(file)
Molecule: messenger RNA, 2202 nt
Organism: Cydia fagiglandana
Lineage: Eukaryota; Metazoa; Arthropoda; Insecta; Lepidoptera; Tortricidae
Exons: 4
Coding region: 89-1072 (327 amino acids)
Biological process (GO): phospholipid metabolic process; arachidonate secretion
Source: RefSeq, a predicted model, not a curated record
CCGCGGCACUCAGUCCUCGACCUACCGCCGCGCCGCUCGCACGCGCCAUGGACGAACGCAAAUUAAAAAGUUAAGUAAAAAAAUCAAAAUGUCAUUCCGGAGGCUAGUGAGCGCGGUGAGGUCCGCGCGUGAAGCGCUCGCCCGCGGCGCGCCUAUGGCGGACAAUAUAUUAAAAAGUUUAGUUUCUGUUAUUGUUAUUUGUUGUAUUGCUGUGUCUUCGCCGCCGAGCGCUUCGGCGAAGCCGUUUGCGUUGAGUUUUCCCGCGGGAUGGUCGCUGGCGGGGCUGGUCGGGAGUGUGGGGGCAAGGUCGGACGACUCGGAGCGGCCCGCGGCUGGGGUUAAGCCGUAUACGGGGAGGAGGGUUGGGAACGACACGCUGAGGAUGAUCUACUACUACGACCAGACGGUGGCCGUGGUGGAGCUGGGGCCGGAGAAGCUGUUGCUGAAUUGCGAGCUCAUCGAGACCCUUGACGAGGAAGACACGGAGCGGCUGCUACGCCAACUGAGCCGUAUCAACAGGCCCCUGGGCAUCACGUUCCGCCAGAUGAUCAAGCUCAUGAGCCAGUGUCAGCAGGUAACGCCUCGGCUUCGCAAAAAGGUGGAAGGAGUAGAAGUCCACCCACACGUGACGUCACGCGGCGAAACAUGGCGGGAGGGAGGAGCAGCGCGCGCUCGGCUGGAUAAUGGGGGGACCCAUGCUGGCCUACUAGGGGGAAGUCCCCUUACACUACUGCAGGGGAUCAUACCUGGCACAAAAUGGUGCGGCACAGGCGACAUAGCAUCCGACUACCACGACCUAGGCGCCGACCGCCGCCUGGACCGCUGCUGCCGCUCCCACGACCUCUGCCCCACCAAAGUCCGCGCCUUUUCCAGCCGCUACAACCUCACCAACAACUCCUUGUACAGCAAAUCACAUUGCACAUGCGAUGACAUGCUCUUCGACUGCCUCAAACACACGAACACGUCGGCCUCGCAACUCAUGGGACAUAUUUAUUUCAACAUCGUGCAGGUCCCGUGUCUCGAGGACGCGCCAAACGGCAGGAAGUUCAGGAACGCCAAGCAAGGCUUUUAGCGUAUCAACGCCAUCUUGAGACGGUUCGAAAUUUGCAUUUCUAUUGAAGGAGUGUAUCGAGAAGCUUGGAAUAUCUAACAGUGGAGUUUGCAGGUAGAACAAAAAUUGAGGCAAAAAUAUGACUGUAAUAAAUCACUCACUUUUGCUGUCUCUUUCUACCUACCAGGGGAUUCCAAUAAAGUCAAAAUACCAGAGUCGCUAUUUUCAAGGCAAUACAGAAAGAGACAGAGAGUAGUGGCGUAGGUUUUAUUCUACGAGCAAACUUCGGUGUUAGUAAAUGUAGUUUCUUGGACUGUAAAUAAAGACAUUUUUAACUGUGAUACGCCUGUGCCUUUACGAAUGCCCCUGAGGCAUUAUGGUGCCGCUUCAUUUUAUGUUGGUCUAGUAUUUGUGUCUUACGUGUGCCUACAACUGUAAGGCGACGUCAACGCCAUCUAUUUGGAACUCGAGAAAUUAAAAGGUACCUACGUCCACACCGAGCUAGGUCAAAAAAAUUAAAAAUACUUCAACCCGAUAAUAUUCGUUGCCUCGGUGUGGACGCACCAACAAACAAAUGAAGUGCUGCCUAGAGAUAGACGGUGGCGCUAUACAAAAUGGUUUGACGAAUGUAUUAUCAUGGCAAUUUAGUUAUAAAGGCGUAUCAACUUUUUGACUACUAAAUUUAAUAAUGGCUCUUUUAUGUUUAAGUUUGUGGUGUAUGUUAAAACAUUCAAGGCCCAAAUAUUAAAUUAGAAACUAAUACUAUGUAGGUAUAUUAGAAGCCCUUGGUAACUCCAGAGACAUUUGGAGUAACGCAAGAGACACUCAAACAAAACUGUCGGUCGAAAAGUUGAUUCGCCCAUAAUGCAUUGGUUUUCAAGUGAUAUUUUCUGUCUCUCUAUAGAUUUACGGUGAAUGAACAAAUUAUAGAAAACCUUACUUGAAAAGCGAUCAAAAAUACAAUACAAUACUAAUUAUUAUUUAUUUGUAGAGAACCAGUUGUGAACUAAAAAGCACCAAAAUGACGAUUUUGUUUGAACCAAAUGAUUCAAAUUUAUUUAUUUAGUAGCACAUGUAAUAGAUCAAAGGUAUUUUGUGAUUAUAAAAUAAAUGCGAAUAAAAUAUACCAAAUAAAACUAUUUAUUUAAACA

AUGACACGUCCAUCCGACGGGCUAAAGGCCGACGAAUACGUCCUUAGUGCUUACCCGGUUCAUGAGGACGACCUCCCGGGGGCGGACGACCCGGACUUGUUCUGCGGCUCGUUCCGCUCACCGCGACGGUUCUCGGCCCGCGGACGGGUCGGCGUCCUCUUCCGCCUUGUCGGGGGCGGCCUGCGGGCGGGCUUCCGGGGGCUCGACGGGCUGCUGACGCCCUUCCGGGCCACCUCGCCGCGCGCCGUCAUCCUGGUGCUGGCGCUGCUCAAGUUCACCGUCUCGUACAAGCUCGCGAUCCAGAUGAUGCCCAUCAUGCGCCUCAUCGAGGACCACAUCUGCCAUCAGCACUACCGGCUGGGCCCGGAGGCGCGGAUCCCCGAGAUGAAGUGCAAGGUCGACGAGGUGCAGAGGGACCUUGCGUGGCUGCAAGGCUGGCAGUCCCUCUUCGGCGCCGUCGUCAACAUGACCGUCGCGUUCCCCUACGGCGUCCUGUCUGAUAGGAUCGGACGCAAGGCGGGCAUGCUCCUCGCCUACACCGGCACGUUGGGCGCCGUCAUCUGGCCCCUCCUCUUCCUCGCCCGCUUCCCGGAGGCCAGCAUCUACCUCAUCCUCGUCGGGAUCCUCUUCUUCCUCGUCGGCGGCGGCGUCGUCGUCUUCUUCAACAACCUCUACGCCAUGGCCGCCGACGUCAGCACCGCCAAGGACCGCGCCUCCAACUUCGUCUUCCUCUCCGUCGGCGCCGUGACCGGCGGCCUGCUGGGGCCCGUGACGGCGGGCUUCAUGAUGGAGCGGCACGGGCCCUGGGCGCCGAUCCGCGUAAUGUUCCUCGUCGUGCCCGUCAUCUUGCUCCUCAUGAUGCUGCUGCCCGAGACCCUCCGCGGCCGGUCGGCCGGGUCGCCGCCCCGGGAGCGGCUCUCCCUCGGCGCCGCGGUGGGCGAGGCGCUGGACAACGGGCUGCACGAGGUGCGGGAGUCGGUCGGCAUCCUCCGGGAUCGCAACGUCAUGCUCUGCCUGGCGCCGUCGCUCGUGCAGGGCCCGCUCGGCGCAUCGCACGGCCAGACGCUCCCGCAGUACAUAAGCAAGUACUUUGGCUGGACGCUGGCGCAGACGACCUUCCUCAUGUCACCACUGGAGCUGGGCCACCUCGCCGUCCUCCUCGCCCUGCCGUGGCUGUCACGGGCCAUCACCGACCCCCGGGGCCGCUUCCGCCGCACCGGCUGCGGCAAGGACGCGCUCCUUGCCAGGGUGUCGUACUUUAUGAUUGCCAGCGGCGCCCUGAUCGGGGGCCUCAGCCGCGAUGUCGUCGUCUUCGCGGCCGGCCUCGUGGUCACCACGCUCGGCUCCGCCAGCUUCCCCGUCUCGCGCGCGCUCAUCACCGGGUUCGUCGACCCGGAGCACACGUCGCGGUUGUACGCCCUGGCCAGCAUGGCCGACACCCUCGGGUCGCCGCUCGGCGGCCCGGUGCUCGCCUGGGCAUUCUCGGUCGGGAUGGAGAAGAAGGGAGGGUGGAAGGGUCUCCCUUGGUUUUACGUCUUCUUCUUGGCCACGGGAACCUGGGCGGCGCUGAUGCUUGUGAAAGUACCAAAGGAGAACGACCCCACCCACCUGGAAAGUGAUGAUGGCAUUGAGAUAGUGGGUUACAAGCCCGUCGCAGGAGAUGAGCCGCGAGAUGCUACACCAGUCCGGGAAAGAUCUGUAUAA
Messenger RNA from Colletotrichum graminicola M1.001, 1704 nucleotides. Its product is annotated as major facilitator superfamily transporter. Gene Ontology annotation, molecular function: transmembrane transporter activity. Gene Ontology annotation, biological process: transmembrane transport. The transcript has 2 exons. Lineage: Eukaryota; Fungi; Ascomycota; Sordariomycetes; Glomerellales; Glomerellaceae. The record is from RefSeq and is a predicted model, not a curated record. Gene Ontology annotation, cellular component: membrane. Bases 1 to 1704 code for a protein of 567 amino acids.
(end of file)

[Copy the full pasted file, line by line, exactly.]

Molecule: messenger RNA, 2202 nt
Organism: Cydia fagiglandana
Lineage: Eukaryota; Metazoa; Arthropoda; Insecta; Lepidoptera; Tortricidae
Exons: 4
Coding region: 89-1072 (327 amino acids)
Biological process (GO): phospholipid metabolic process; arachidonate secretion
Source: RefSeq, a predicted model, not a curated record
CCGCGGCACUCAGUCCUCGACCUACCGCCGCGCCGCUCGCACGCGCCAUGGACGAACGCAAAUUAAAAAGUUAAGUAAAAAAAUCAAAAUGUCAUUCCGGAGGCUAGUGAGCGCGGUGAGGUCCGCGCGUGAAGCGCUCGCCCGCGGCGCGCCUAUGGCGGACAAUAUAUUAAAAAGUUUAGUUUCUGUUAUUGUUAUUUGUUGUAUUGCUGUGUCUUCGCCGCCGAGCGCUUCGGCGAAGCCGUUUGCGUUGAGUUUUCCCGCGGGAUGGUCGCUGGCGGGGCUGGUCGGGAGUGUGGGGGCAAGGUCGGACGACUCGGAGCGGCCCGCGGCUGGGGUUAAGCCGUAUACGGGGAGGAGGGUUGGGAACGACACGCUGAGGAUGAUCUACUACUACGACCAGACGGUGGCCGUGGUGGAGCUGGGGCCGGAGAAGCUGUUGCUGAAUUGCGAGCUCAUCGAGACCCUUGACGAGGAAGACACGGAGCGGCUGCUACGCCAACUGAGCCGUAUCAACAGGCCCCUGGGCAUCACGUUCCGCCAGAUGAUCAAGCUCAUGAGCCAGUGUCAGCAGGUAACGCCUCGGCUUCGCAAAAAGGUGGAAGGAGUAGAAGUCCACCCACACGUGACGUCACGCGGCGAAACAUGGCGGGAGGGAGGAGCAGCGCGCGCUCGGCUGGAUAAUGGGGGGACCCAUGCUGGCCUACUAGGGGGAAGUCCCCUUACACUACUGCAGGGGAUCAUACCUGGCACAAAAUGGUGCGGCACAGGCGACAUAGCAUCCGACUACCACGACCUAGGCGCCGACCGCCGCCUGGACCGCUGCUGCCGCUCCCACGACCUCUGCCCCACCAAAGUCCGCGCCUUUUCCAGCCGCUACAACCUCACCAACAACUCCUUGUACAGCAAAUCACAUUGCACAUGCGAUGACAUGCUCUUCGACUGCCUCAAACACACGAACACGUCGGCCUCGCAACUCAUGGGACAUAUUUAUUUCAACAUCGUGCAGGUCCCGUGUCUCGAGGACGCGCCAAACGGCAGGAAGUUCAGGAACGCCAAGCAAGGCUUUUAGCGUAUCAACGCCAUCUUGAGACGGUUCGAAAUUUGCAUUUCUAUUGAAGGAGUGUAUCGAGAAGCUUGGAAUAUCUAACAGUGGAGUUUGCAGGUAGAACAAAAAUUGAGGCAAAAAUAUGACUGUAAUAAAUCACUCACUUUUGCUGUCUCUUUCUACCUACCAGGGGAUUCCAAUAAAGUCAAAAUACCAGAGUCGCUAUUUUCAAGGCAAUACAGAAAGAGACAGAGAGUAGUGGCGUAGGUUUUAUUCUACGAGCAAACUUCGGUGUUAGUAAAUGUAGUUUCUUGGACUGUAAAUAAAGACAUUUUUAACUGUGAUACGCCUGUGCCUUUACGAAUGCCCCUGAGGCAUUAUGGUGCCGCUUCAUUUUAUGUUGGUCUAGUAUUUGUGUCUUACGUGUGCCUACAACUGUAAGGCGACGUCAACGCCAUCUAUUUGGAACUCGAGAAAUUAAAAGGUACCUACGUCCACACCGAGCUAGGUCAAAAAAAUUAAAAAUACUUCAACCCGAUAAUAUUCGUUGCCUCGGUGUGGACGCACCAACAAACAAAUGAAGUGCUGCCUAGAGAUAGACGGUGGCGCUAUACAAAAUGGUUUGACGAAUGUAUUAUCAUGGCAAUUUAGUUAUAAAGGCGUAUCAACUUUUUGACUACUAAAUUUAAUAAUGGCUCUUUUAUGUUUAAGUUUGUGGUGUAUGUUAAAACAUUCAAGGCCCAAAUAUUAAAUUAGAAACUAAUACUAUGUAGGUAUAUUAGAAGCCCUUGGUAACUCCAGAGACAUUUGGAGUAACGCAAGAGACACUCAAACAAAACUGUCGGUCGAAAAGUUGAUUCGCCCAUAAUGCAUUGGUUUUCAAGUGAUAUUUUCUGUCUCUCUAUAGAUUUACGGUGAAUGAACAAAUUAUAGAAAACCUUACUUGAAAAGCGAUCAAAAAUACAAUACAAUACUAAUUAUUAUUUAUUUGUAGAGAACCAGUUGUGAACUAAAAAGCACCAAAAUGACGAUUUUGUUUGAACCAAAUGAUUCAAAUUUAUUUAUUUAGUAGCACAUGUAAUAGAUCAAAGGUAUUUUGUGAUUAUAAAAUAAAUGCGAAUAAAAUAUACCAAAUAAAACUAUUUAUUUAAACA

AUGACACGUCCAUCCGACGGGCUAAAGGCCGACGAAUACGUCCUUAGUGCUUACCCGGUUCAUGAGGACGACCUCCCGGGGGCGGACGACCCGGACUUGUUCUGCGGCUCGUUCCGCUCACCGCGACGGUUCUCGGCCCGCGGACGGGUCGGCGUCCUCUUCCGCCUUGUCGGGGGCGGCCUGCGGGCGGGCUUCCGGGGGCUCGACGGGCUGCUGACGCCCUUCCGGGCCACCUCGCCGCGCGCCGUCAUCCUGGUGCUGGCGCUGCUCAAGUUCACCGUCUCGUACAAGCUCGCGAUCCAGAUGAUGCCCAUCAUGCGCCUCAUCGAGGACCACAUCUGCCAUCAGCACUACCGGCUGGGCCCGGAGGCGCGGAUCCCCGAGAUGAAGUGCAAGGUCGACGAGGUGCAGAGGGACCUUGCGUGGCUGCAAGGCUGGCAGUCCCUCUUCGGCGCCGUCGUCAACAUGACCGUCGCGUUCCCCUACGGCGUCCUGUCUGAUAGGAUCGGACGCAAGGCGGGCAUGCUCCUCGCCUACACCGGCACGUUGGGCGCCGUCAUCUGGCCCCUCCUCUUCCUCGCCCGCUUCCCGGAGGCCAGCAUCUACCUCAUCCUCGUCGGGAUCCUCUUCUUCCUCGUCGGCGGCGGCGUCGUCGUCUUCUUCAACAACCUCUACGCCAUGGCCGCCGACGUCAGCACCGCCAAGGACCGCGCCUCCAACUUCGUCUUCCUCUCCGUCGGCGCCGUGACCGGCGGCCUGCUGGGGCCCGUGACGGCGGGCUUCAUGAUGGAGCGGCACGGGCCCUGGGCGCCGAUCCGCGUAAUGUUCCUCGUCGUGCCCGUCAUCUUGCUCCUCAUGAUGCUGCUGCCCGAGACCCUCCGCGGCCGGUCGGCCGGGUCGCCGCCCCGGGAGCGGCUCUCCCUCGGCGCCGCGGUGGGCGAGGCGCUGGACAACGGGCUGCACGAGGUGCGGGAGUCGGUCGGCAUCCUCCGGGAUCGCAACGUCAUGCUCUGCCUGGCGCCGUCGCUCGUGCAGGGCCCGCUCGGCGCAUCGCACGGCCAGACGCUCCCGCAGUACAUAAGCAAGUACUUUGGCUGGACGCUGGCGCAGACGACCUUCCUCAUGUCACCACUGGAGCUGGGCCACCUCGCCGUCCUCCUCGCCCUGCCGUGGCUGUCACGGGCCAUCACCGACCCCCGGGGCCGCUUCCGCCGCACCGGCUGCGGCAAGGACGCGCUCCUUGCCAGGGUGUCGUACUUUAUGAUUGCCAGCGGCGCCCUGAUCGGGGGCCUCAGCCGCGAUGUCGUCGUCUUCGCGGCCGGCCUCGUGGUCACCACGCUCGGCUCCGCCAGCUUCCCCGUCUCGCGCGCGCUCAUCACCGGGUUCGUCGACCCGGAGCACACGUCGCGGUUGUACGCCCUGGCCAGCAUGGCCGACACCCUCGGGUCGCCGCUCGGCGGCCCGGUGCUCGCCUGGGCAUUCUCGGUCGGGAUGGAGAAGAAGGGAGGGUGGAAGGGUCUCCCUUGGUUUUACGUCUUCUUCUUGGCCACGGGAACCUGGGCGGCGCUGAUGCUUGUGAAAGUACCAAAGGAGAACGACCCCACCCACCUGGAAAGUGAUGAUGGCAUUGAGAUAGUGGGUUACAAGCCCGUCGCAGGAGAUGAGCCGCGAGAUGCUACACCAGUCCGGGAAAGAUCUGUAUAA
Messenger RNA from Colletotrichum graminicola M1.001, 1704 nucleotides. Its product is annotated as major facilitator superfamily transporter. Gene Ontology annotation, molecular function: transmembrane transporter activity. Gene Ontology annotation, biological process: transmembrane transport. The transcript has 2 exons. Lineage: Eukaryota; Fungi; Ascomycota; Sordariomycetes; Glomerellales; Glomerellaceae. The record is from RefSeq and is a predicted model, not a curated record. Gene Ontology annotation, cellular component: membrane. Bases 1 to 1704 code for a protein of 567 amino acids.